|"A Vision without Division."|
Florida Unified Family Court is a fully integrated, comprehensive approach to handling all cases involving children and families, while at the same time resolving family disputes in a fair, timely, efficient, and cost effective manner.
Family Court can mean different things to different people. In Florida, the Supreme Court has recognized Unified Family Court as the best way to handle cases that involve children and families. The idea behind Unified Family Court (or UFC for short) is that a family should be able to have all of their disputes resolved in the most effective and efficient way possible. Since 1991, a series of Florida Supreme Court opinions have been instrumental in establishing UFC throughout the state. Click to view the full versions of the opinions.
Family Court Jurisdiction -See the list below for the types of cases that comprise UFC.
- dissolution of marriage
- division; distribution of property arising out of dissolution of marriage
- custodial care / access to children
- support unconnected with dissolution of marriage
- child support
- URESA / UIFSA
- declaratory judgment actions related to premarital, marital, or post marital agreements
- name change
- juvenile delinquency
- emancipation of a minor
- CINS / FINS
- juvenile dependency
- termination of parental rights
- civil domestic & repeat violence
- modifications and enforcement of orders
"A Vision without Division."
The video tells the story of a stubborn judge who is shown the benefits of a unified family court system and slowly begins to embrace its concepts.
The success of any family court is dependent upon effective communication among all stakeholders both in the judicial branch and in the community. Because the model court concept must be tailored to the needs of each community and because each family court should fully explore and take advantage of resources within the community, the creation of a Family Law Advisory Group within each circuit will enhance the family court in each circuit.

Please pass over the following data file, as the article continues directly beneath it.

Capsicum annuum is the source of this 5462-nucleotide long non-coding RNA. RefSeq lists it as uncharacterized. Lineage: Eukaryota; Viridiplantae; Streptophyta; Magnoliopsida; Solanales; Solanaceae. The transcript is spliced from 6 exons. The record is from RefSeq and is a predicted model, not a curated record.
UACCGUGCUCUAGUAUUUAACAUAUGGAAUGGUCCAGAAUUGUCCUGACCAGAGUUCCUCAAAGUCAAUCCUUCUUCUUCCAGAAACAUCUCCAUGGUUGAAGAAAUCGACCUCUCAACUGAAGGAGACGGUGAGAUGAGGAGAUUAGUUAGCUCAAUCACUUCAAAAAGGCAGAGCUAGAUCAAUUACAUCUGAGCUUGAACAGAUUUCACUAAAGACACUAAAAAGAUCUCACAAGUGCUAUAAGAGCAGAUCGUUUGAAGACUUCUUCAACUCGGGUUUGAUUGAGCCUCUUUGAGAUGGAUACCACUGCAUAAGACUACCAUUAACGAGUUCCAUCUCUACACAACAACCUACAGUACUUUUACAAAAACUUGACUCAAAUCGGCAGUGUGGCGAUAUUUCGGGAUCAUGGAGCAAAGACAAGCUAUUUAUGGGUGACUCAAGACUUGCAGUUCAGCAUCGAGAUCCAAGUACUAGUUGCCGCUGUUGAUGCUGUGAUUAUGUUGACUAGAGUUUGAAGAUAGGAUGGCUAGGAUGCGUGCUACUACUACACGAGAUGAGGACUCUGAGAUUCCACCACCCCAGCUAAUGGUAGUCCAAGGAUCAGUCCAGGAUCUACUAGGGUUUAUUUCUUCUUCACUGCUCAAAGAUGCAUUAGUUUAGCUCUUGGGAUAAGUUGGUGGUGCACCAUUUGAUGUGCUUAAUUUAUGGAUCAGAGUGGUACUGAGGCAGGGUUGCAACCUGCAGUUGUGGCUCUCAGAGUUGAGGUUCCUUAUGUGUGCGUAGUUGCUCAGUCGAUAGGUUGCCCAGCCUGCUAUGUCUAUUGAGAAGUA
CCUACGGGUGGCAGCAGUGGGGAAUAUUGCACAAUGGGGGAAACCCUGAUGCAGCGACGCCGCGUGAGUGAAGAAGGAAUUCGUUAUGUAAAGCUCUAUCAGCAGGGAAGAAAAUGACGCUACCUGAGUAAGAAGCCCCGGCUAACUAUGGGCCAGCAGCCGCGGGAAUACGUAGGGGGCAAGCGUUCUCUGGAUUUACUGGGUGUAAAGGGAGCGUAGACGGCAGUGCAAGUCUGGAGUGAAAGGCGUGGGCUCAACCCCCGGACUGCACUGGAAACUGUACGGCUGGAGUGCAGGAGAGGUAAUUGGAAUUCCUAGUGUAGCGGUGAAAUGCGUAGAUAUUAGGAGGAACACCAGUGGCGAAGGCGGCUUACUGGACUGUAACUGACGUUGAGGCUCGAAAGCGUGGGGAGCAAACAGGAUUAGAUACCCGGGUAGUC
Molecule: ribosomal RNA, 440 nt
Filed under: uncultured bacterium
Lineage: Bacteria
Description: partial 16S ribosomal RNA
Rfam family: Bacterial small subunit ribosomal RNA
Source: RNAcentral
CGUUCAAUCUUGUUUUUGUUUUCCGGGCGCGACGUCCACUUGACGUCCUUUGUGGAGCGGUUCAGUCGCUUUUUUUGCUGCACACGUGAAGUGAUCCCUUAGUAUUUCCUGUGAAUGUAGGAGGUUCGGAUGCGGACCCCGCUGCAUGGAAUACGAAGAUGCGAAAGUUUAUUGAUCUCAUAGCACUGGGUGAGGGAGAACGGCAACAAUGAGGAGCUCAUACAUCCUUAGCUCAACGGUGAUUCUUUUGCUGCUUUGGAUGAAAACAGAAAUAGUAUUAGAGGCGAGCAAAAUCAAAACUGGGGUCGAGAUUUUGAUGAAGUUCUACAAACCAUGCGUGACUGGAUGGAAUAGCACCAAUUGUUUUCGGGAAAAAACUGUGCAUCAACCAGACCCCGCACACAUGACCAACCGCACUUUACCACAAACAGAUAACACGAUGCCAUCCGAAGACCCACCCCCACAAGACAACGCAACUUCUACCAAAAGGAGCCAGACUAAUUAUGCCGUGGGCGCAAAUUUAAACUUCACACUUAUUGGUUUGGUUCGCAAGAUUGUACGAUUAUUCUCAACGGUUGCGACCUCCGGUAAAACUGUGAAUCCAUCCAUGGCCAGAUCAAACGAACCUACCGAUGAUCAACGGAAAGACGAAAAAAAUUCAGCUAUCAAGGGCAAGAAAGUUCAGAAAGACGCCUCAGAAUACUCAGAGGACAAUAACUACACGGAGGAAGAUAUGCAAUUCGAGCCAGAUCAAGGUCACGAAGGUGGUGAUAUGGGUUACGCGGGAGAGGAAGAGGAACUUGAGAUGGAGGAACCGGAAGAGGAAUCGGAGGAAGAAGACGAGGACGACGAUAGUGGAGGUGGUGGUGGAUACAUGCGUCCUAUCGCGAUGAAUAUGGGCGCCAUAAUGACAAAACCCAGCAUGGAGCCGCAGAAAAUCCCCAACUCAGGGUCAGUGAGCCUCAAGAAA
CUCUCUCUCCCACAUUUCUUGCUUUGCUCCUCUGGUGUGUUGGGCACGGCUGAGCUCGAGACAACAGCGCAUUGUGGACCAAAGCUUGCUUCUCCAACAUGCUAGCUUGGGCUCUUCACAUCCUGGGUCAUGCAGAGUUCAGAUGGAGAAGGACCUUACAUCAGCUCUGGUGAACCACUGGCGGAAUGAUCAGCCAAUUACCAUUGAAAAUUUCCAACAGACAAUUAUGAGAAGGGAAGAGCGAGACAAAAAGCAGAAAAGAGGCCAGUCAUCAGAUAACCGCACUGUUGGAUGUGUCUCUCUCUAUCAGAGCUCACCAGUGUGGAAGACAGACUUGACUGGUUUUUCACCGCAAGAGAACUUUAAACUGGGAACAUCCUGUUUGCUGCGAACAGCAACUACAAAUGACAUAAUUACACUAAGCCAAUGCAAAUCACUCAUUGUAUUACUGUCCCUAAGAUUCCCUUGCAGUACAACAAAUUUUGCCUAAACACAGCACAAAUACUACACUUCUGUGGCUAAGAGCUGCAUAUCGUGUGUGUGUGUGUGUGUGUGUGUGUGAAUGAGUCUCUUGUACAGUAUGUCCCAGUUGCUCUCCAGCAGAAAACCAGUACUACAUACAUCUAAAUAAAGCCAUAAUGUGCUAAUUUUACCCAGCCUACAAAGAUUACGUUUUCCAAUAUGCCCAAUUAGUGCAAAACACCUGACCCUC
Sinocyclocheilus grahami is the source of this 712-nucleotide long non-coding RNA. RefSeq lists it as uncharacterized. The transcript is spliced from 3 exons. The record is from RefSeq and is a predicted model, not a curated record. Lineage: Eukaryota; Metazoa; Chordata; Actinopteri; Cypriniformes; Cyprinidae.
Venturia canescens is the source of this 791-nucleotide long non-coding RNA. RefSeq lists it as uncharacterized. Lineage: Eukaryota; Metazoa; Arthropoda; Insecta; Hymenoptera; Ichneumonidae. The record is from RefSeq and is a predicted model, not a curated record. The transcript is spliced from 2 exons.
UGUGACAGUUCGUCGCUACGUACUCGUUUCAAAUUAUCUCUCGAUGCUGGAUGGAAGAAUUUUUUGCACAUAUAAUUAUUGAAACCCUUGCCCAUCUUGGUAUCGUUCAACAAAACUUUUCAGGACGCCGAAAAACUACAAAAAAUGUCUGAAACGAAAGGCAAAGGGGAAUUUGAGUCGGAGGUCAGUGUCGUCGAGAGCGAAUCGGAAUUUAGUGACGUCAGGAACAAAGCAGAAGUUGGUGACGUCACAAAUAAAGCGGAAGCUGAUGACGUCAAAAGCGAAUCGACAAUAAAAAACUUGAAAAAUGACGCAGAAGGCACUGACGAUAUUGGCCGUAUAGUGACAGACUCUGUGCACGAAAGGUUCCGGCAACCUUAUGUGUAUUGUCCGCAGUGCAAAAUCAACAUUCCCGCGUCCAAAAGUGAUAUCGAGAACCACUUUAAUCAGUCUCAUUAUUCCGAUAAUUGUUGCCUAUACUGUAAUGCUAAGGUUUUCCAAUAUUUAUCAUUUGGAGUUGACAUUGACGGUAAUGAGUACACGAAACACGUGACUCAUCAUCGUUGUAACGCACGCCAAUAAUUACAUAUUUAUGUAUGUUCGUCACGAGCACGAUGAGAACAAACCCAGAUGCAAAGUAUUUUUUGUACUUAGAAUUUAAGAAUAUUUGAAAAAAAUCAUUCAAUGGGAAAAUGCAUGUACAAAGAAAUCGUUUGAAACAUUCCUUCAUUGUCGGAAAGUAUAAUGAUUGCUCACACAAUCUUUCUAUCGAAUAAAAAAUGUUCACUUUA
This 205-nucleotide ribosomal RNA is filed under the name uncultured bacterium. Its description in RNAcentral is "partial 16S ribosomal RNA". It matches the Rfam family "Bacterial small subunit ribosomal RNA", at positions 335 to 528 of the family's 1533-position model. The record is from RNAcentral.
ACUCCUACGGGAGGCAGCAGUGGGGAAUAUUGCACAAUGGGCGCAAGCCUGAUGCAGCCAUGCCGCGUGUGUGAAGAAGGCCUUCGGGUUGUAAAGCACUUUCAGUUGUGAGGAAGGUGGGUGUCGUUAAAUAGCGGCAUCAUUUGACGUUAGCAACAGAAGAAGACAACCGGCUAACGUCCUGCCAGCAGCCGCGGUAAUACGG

Sample family law reform (FLR) consensus-building process1. Identify parties: Identify all of the parties who should be involved, and recruit them into the process. If some parties are left out or refuse to participate, this is likely to cause implementation problems at the end.
2. Define any conflict: Defining, and often re-defining or "reframing" the conflict is usually the next step. Try to get the disputants to reframe the issues in terms of interests, which are usually negotiable, rather than positions, values, or needs, which usually are not.
3. Brainstorm alternatives: Brainstorm alternative approaches to the problem.
Sometimes this is done as a group; other times it can be done in small work groups, with different groups of people tackling different issues or different aspects of the overall problem. An effort should be made to develop new, mutually advantageous approaches.
4. Weigh alternatives and obtain agreement: After the parties generate a list of alternatives, these alternatives are carefully examined to determine the costs and benefits of each (from each party's point of view), and the barriers to implementation. Eventually, the choice is narrowed down to one approach which is fine-tuned, often through a single negotiating text, until all the parties at the table agree. Thus consensus building differs from majority rule decision making in that everyone involved must agree with the final decision -there is no vote. The negotiators then take the agreement back to their constituencies and try to get it approved.
5. Explain agreement: This is one of the most difficult steps, as the constituencies have not been involved in the ongoing process, and often have not developed the level of understanding or trust necessary to understand why this is the best possible agreement they can get. Negotiators need to be able to explain exactly why the settlement was drafted as it was, and why it is to the constituencies' benefit to agree to it. If any one of the groups represented in the consensus-building process disagrees at this stage, they will likely refuse to sign the agreement, and the agreement may well fall apart.
6. Implement: If all the parties sign the agreement, the last stage is implementation. This stage is difficult too, as unforeseen problems inevitably develop. But successful consensus-building processes are usually able to surmount such problems because the process improves the opponents' relationship so much that they are able to work together effectively in the future to overcome implementation problems.